4 month wait to evict problem tenants – new research from our sister company - Maras
A new study has found it takes an average of 118 days for court appoint bailiffs to remove problem tenants – leaving letting agents or landlords without rent for 4 months.
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4 month wait to evict problem tenants – new research from our sister company

A new study has found it takes an average of 118 days for court appointed bailiffs to remove problem tenants – leaving letting agents or landlords without rent for 4 months.

 

On top of that are legal fees, the time, hassle and complications of bringing the case to court, disruption to other tenants, and possible damage to the property.

 

Simple Landlords Insurance – our sister company – conducted new analysis of Ministry of Justice figures, and found it took an average of 16.9 weeks from claim to bailiff eviction in the first quarter of 2018, costing an average of £4,341.22 all in.

 

It’s the first time that the length of time it takes to evict through the court system has been made public – and it’s been broken down by region and population density so letting agents and landlords can see exactly what level of risk they face in each area of England and Wales.

 

London is the region where you’re most likely to have to evict, while those in the South West, North East and West Midlands were least likely to have to go all the way to court.

 

A total of 21,429 possession claims were brought to court last year, of which 6,260 ended in eviction by bailiff.

 

Tom Cooper, Director of Underwriting at Simple Landlords Insurance and Maras, says: “The good news for everyone is that in 2017 only 0.5% of landlords made an eviction claim in court. And only a third of those had to go through to the bitter bailiff end.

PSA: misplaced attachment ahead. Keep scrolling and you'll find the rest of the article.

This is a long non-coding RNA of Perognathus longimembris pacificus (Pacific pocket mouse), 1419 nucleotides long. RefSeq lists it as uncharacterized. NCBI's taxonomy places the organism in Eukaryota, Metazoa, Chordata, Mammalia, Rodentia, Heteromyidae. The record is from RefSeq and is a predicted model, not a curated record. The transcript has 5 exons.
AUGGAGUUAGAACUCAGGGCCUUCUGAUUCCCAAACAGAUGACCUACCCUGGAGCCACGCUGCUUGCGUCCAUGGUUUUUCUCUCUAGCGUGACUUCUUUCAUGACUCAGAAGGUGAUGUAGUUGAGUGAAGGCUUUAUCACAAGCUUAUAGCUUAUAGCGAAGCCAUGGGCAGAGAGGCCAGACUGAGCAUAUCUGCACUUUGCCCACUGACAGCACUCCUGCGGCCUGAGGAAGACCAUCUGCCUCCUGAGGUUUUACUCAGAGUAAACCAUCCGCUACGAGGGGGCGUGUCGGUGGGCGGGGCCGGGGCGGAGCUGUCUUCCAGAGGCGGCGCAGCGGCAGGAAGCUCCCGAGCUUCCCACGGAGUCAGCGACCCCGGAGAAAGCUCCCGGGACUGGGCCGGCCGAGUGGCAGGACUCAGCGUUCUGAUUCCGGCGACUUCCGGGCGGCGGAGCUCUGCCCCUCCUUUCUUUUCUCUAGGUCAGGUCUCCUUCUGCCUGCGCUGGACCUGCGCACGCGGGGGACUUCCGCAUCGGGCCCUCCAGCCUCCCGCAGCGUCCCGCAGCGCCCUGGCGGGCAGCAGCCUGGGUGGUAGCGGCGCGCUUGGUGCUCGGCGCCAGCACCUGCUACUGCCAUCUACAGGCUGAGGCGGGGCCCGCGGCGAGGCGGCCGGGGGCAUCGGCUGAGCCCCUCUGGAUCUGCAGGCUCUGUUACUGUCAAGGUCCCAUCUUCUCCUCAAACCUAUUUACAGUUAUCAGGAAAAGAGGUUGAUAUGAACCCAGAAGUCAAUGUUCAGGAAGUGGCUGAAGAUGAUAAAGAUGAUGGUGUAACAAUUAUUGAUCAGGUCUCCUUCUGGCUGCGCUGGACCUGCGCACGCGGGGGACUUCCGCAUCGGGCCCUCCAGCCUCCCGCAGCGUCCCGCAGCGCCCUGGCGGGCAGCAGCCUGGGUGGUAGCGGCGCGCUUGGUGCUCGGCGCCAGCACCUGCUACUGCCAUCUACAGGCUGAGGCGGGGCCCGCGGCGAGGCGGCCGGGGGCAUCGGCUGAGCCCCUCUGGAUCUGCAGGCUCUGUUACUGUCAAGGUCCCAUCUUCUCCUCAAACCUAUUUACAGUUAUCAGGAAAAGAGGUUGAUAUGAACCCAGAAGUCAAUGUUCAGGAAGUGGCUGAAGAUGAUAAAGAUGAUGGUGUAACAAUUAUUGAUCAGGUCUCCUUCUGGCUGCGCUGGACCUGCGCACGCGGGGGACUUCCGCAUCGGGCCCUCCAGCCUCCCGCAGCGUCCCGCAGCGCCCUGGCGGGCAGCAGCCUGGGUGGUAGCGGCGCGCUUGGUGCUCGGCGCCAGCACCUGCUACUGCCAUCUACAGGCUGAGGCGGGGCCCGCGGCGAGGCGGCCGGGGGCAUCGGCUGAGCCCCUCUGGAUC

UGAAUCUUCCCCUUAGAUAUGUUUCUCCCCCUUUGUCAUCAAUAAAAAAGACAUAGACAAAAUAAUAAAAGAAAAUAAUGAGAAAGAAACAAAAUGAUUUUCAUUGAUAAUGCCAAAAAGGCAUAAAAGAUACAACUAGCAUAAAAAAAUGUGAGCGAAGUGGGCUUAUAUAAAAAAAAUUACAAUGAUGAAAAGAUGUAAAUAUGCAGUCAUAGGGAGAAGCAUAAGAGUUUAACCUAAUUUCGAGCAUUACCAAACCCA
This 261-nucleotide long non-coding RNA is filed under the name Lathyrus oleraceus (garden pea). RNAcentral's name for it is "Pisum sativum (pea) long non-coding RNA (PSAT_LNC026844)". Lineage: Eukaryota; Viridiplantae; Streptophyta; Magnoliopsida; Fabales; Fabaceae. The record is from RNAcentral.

“The bad news is that if it does happen to you or one of your landlords, it can cost a lot of money. We wanted to get a more realistic idea of the impact of the process in terms of lost income, inconvenience, and ongoing legal fees in the worst and longest case scenarios.”

 

Take a look at the key findings and regional evictions map here.

 

Simple’s resident blogger Carl Agar – from letting agency Big Red House – said: “If margins are tight a decent rent guarantee policy really is key. Letting agents need to make sure their own insurance is up to scratch to deal with these cases, and that any landlords they work with who aren’t fully managed are aware of both the risks and other insurance options available to them.”

 

His advice is also to get really familiar with eviction processes, and follow procedure to the letter: “This research shows that 27% of claims didn’t receive a court order. Many claims are rejected for failing to follow the correct eviction proceedings. Letting agents and landlords need to know the details of both Section 8 and Section 21 notices, and how they should be properly served.”

 

Take a look at Carl’s latest blog here, and at Simple Landlord Insurance’s useful guides for landlords on Section 8 and Section 21.